As I explore cloud computing more and more, I am surprised by the number of companies that do not see mobility as being integral to cloud solutions. According to McGuire's Law, the value of a product increases with its mobility. It makes no sense, for instance, to build a next-generation Software-as-a-Service (SaaS) application in the cloud without rich mobile functions. Ideally, the SaaS platform is open enough that even new phones, with no specific SaaS application written for them, still work well.
Recently, I came across an industry-specific SaaS application that I think exemplifies a "best in class" approach to cloud-based services. Last week, I talked to Paul Deschenes, founder and COO of Advologix, whose company takes advantage of Salesforce.com's cloud computing platform to deliver its cloud-based practice management software for the legal profession.
When I asked Paul about mobile platform support, he pointed out that one of the wonderful things about building on the force.com platform is that mobile clients for virtually any device already exist. So, if one user has a Blackberry Tour, another a Windows Mobile device, another a HTC EVO 4G based on Google's Android operating system, and yet another an iPhone, they may already have the ability to access Advologix's solution so long as clients for those operating systems are available for the force.com platform overall.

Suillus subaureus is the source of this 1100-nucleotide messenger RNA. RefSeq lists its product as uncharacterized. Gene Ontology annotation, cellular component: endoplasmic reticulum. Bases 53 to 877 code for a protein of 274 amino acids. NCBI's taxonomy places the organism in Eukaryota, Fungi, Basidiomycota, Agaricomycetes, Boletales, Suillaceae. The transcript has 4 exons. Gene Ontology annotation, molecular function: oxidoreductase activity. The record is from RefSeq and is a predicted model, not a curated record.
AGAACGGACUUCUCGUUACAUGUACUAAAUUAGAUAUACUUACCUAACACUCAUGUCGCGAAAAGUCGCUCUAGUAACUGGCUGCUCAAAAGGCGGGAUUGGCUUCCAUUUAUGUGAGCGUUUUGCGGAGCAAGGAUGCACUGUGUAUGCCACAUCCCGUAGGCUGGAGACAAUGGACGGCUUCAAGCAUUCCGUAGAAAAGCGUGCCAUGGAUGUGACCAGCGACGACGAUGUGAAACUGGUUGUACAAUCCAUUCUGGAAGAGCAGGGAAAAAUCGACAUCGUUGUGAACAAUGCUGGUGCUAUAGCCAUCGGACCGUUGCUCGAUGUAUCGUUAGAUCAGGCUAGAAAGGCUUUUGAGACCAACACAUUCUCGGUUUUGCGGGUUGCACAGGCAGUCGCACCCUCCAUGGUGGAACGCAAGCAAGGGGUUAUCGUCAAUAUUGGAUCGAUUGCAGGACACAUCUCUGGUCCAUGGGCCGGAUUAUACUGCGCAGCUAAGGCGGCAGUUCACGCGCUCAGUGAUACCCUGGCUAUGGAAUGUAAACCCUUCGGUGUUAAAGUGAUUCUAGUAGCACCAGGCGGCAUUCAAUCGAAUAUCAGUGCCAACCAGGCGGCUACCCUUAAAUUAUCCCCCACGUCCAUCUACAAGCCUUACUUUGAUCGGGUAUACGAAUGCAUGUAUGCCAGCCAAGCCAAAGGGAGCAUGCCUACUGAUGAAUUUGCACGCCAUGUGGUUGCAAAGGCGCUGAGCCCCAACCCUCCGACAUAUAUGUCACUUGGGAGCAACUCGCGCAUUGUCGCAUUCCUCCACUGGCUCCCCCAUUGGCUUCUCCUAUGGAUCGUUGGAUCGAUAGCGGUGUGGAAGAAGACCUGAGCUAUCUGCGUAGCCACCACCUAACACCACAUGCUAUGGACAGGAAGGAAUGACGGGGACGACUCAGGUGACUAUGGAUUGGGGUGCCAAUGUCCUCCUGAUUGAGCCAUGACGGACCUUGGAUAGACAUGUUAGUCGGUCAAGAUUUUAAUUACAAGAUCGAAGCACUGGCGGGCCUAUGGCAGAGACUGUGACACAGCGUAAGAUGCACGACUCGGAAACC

Even though some old-school software development companies still don't get cloud computing, Advologix managed to capture the attention of one of the deans of practice management. In May, Steve Stockstill, former director of software engineering for Lexis Nexis and author of "Inside Time Matters" (Lexis' premier practice management offering), came on board as Advologix's Chief Technology Officer. With most smaller law firms still using "old school" client-server approaches to software management, it is pretty clear that the firms thriving in the decade to come will likely be those that recognize early on the productivity gains of mobile-enabled, cloud-based applications.
In a case study on salesforce.com's web site, Deschenes points out that using a cloud provider like force.com means his company's app automatically provides integration with other cloud-computing apps from force.com's AppExchange that can extend an Advologix customer's practice. In that case study, he points to NetDocuments’ document management system, Drawloop’s document automation, and Ribbit’s voice to text conversion tool as apps that might be particularly attractive to Advologix's clients.
If there is anyone out there developing cloud based apps who still hasn't read Russ McGuire's book, The Power of Mobility (available on Amazon), please consider it required reading. You can also read a summary of Russ' viewpoint’s at Network World by clicking on the “Featured Resource” link titled McGuire’s Law of Mobility. I sincerely doubt I would have anywhere near the kind of appreciation that I have for cloud computing if not for Russ's mentoring and tutelage.